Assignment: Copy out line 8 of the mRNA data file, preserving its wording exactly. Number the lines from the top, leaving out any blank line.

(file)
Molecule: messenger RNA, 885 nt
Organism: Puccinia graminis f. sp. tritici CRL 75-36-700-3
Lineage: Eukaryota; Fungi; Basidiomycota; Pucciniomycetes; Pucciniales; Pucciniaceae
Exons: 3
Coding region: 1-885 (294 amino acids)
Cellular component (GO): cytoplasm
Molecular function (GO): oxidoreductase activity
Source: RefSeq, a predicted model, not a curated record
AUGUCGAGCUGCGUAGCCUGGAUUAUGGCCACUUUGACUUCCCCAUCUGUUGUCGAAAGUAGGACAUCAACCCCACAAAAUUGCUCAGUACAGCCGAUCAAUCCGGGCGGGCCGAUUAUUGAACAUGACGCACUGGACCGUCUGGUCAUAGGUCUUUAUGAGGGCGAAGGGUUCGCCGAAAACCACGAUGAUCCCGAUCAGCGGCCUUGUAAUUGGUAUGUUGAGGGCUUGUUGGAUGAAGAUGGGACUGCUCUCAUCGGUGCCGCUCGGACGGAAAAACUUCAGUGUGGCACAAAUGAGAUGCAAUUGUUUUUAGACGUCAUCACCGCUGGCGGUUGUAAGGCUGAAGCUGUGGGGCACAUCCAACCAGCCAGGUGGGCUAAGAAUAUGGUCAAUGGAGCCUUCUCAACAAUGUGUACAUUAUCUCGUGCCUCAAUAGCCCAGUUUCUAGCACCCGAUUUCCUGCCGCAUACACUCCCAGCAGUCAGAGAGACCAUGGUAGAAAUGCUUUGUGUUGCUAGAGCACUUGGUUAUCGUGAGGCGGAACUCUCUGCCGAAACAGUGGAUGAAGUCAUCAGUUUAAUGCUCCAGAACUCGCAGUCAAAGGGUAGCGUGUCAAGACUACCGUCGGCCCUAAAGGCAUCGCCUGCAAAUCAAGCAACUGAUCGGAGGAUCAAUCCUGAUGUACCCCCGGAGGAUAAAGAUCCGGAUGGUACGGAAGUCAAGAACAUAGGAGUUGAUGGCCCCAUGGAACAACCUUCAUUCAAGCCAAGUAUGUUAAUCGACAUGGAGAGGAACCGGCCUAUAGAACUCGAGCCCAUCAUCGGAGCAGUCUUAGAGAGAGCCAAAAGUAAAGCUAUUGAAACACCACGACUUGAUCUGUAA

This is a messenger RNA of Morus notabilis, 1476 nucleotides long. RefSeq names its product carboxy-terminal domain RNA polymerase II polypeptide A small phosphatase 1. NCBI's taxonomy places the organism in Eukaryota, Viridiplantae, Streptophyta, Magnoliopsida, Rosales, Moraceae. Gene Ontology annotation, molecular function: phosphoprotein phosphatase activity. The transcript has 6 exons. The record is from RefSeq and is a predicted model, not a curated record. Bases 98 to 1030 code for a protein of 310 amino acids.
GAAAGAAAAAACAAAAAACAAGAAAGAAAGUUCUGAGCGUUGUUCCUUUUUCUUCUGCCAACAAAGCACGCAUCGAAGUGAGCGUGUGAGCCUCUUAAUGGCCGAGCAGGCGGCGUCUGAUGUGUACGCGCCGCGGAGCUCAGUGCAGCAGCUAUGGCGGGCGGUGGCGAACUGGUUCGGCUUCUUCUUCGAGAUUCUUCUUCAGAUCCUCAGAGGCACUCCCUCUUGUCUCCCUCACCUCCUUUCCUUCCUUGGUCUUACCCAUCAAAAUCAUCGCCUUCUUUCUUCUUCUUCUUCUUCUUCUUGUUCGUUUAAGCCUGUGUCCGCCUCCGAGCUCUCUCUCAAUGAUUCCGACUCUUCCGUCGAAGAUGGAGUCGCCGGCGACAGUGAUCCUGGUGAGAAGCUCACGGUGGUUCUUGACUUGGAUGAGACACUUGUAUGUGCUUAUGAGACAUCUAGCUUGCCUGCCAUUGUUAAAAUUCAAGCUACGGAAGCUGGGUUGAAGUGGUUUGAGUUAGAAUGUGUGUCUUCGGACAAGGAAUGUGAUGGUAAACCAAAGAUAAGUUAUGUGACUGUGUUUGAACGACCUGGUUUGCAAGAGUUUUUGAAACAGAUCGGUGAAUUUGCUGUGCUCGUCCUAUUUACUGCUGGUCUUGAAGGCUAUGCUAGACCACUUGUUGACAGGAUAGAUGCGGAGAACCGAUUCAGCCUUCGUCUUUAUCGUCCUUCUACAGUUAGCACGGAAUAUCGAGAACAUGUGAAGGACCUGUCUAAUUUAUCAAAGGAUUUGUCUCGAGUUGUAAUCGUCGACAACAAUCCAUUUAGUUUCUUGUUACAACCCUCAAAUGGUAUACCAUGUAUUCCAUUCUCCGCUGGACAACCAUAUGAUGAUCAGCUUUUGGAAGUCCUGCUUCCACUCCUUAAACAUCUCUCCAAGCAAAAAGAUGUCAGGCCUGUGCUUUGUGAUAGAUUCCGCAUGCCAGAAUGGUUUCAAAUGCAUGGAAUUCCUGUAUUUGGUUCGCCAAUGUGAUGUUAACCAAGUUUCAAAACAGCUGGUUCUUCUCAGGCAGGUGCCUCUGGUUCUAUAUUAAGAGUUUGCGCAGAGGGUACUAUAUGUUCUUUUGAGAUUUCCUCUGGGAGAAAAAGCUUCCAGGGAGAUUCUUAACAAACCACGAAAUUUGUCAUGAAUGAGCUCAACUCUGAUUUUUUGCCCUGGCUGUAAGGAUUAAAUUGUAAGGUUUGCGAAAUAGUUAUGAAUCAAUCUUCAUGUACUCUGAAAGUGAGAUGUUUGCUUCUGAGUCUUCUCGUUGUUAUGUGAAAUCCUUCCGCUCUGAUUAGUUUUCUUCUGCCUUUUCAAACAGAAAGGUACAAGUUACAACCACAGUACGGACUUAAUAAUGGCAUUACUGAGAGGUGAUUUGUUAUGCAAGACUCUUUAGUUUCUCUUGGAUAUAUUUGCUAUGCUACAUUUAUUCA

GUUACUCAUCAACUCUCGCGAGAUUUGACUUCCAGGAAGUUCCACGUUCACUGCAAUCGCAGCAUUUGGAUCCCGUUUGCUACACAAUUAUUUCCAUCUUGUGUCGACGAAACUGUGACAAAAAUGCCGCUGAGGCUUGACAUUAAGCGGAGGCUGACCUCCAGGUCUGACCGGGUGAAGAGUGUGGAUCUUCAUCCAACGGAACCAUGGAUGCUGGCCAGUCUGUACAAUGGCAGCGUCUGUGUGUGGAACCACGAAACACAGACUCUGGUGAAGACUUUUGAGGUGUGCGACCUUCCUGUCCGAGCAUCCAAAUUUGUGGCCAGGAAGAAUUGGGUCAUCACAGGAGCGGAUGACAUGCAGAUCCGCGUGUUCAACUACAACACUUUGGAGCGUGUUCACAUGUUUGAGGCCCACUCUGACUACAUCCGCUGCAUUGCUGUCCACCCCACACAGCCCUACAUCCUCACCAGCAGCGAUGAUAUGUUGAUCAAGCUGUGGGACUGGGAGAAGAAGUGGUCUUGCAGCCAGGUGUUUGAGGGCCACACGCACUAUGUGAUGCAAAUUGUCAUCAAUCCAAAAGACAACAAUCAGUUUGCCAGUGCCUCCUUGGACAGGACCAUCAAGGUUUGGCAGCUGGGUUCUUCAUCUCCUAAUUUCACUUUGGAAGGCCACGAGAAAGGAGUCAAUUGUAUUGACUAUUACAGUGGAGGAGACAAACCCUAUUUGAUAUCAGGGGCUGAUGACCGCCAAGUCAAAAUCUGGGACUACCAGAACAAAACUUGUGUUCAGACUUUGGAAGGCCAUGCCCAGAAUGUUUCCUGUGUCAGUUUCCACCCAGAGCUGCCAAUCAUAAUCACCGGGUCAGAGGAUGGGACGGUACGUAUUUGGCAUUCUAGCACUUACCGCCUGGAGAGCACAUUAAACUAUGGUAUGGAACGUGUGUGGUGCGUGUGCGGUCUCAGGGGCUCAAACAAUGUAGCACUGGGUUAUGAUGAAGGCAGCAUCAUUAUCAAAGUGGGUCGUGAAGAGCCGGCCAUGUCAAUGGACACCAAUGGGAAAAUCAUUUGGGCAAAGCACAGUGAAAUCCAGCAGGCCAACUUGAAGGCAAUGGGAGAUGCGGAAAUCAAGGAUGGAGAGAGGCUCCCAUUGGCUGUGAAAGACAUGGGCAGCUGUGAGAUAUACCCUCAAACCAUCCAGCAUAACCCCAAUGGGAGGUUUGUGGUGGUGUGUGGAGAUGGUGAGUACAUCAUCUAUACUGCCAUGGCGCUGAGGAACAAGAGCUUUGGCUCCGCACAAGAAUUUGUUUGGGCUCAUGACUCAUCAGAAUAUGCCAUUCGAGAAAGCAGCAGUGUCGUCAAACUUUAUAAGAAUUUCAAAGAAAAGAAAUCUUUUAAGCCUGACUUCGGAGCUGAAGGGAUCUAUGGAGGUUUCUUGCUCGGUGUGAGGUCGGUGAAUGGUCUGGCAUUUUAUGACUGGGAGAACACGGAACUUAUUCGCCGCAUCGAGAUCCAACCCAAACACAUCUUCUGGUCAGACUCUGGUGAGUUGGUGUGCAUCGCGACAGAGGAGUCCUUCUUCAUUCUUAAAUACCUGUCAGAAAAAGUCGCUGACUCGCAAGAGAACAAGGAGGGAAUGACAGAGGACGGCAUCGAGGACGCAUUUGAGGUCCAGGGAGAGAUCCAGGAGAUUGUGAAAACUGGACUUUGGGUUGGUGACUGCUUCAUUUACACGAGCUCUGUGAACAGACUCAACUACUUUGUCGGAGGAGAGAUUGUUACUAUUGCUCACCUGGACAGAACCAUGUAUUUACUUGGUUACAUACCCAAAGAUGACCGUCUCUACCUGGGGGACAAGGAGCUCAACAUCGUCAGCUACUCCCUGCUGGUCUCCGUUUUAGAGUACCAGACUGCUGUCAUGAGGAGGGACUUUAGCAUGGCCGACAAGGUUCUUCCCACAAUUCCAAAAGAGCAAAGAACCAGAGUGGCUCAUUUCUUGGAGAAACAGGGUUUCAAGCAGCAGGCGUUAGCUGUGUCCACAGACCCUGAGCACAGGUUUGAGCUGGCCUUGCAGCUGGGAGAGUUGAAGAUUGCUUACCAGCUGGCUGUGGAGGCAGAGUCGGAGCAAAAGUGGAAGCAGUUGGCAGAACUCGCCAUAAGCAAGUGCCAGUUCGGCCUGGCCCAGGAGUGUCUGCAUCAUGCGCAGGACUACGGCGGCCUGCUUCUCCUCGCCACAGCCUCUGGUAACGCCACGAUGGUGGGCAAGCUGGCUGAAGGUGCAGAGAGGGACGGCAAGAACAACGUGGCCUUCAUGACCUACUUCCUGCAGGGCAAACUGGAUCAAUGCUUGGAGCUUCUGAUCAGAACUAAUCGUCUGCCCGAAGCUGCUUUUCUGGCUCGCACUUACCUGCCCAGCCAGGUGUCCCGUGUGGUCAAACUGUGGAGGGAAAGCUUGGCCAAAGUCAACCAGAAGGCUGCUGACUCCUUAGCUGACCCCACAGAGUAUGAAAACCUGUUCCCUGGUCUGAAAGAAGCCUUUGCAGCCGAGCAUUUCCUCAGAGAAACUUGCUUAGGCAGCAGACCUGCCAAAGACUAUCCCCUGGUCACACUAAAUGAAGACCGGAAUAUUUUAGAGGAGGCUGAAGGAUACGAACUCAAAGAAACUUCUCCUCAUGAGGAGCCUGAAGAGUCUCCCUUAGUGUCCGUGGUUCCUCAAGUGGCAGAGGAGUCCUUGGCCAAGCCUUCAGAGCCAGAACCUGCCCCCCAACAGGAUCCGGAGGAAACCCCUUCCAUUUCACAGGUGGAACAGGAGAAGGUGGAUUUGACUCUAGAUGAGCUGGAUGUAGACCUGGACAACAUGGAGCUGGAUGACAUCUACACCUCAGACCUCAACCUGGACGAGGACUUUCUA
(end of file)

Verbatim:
Source: RefSeq, a predicted model, not a curated record